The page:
Posted 3/29/16 (Tue)
By Cecile Wehrman
The Crosby Municipal Airport has a direct impact of $452,141 on the local economy, according to a new report by the North Dakota Aeronautics Commission.
Even more surprising may be statistics that show an indirect impact of over $1.4 million and direct employment of six people, with indirect employment of seven more.
With a first rate pilot’s lounge in place, a weather station and credit card processing of fuel sales, the Crosby Airport Authority board doesn’t even have exact numbers on the planes coming and going from the airport, located just north of town, but Board President Mike Melby said most people would probably be amazed at how busy it is.
That’s partly due to the approach modern planes take into the airport, which doesn’t require them to circle town first, thereby tipping off the general public to their audible arrival.
Even with the present downturn in the oil economy, Melby said, companies are flying crews in and out of Crosby on a regular basis.
“There’ll be a vehicle parked there over the weekend and it’s a work truck. They’re flying people in here, they’re buying gas here at the airport,” and also staying in local motels and eating in Crosby restaurants.
But those aren’t the only jobs supported by a vibrant municipal airport.
Last summer, Melby said, there were three different out-of-area pilots using the airport as a base of operations for crop dusting, each with a two or three person ground support crew. Those operators, he said, will be back again this year.
The airport also hires people to mow and remove snow.
The report, he said, is just to try to quantify for people the return on investment communities receive when federal, state and local tax dollars are put into airports.
“It is economically feasible to have the airport here and it does help the community,” Melby said.
The weather station makes instrument flight in and out of the airport available.
“They fly in and out of here and a lot of times they don’t even come in,” he said, though the terminal building -- with access controlled by a code -- has restrooms and a pilot’s lounge.
When dignitaries fly in, he said, the lounge is a comfortable spot for a pilot to hang out while the VIP makes an appearance in town.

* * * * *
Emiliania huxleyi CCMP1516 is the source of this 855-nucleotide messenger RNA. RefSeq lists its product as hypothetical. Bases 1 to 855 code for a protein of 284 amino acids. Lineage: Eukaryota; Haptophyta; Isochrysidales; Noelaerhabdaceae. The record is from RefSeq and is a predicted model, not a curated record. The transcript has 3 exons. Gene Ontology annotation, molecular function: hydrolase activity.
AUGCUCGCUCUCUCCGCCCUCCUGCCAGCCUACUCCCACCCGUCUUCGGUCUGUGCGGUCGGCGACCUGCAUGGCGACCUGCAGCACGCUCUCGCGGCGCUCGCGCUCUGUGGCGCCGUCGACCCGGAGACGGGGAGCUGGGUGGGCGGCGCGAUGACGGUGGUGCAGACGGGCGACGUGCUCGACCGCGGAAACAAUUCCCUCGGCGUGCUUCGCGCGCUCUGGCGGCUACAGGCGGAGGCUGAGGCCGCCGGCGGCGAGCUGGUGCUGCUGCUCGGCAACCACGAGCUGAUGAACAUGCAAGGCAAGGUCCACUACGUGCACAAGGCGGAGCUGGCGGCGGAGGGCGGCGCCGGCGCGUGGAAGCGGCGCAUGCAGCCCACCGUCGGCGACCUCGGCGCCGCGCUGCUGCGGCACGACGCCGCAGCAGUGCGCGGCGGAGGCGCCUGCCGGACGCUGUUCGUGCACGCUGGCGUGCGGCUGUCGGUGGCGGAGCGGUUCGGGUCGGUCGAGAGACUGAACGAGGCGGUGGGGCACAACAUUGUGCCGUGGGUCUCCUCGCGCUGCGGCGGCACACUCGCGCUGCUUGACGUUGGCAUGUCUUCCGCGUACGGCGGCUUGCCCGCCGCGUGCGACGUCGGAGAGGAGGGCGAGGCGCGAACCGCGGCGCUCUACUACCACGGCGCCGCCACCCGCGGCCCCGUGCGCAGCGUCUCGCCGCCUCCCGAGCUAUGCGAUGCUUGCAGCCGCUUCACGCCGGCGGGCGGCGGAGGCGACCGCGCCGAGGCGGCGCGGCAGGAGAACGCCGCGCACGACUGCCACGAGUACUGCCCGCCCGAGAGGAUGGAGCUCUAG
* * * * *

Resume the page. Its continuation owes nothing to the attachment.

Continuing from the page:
Lately, said Melby, the airport has also seen more use by fixed wing air ambulance planes. It was in part due to the need to accommodate that heavier traffic that the board decided to pursue a project last summer to beef up the ramp.
Before that, “They would leave wheel marks.”
Today, Melby can look over a facility with a runway that is in good shape, with new runway lights and many other improvements -- all told bringing about $1 million in investment in just a couple of years.
The federal government provided 90 percent of those funds, the state provided 5 percent and the local match was 5 percent.
The City of Crosby aproved a loan of $125,000 from the Crosby Spirit Fund to meet the match on the most recent projects, and Melby said the money will soon be paid back.
“The city has been real proactive working for the airport,” said Melby, also granting $55,000 to the airport in 2013.
The board receives only a small mill levy from the county -- under $12,000 per year.
At a time when oil impact funds for all political subdivisions are languishing, it’s good to be caught up on improvements, but Melby said the board can’t rest on its laurels. Keeping up with maintenance and repair is a constant if the airport is to remain vital.
On the wish list for the future is attracting a flight instructor to cultivate a crop of new local pilots -- Crosby no longer has any resident crop dusters -- and a desire to replace some of the oldest hangars, which date back to the 1940s. Finally, land acquisition for extension of the runway may someday be in the cards.
For the present, nothing puts a smile on Melby’s face like recalling the comments of so many pilots who have visited.
“You’ve got a nice little airport here,” they tell him.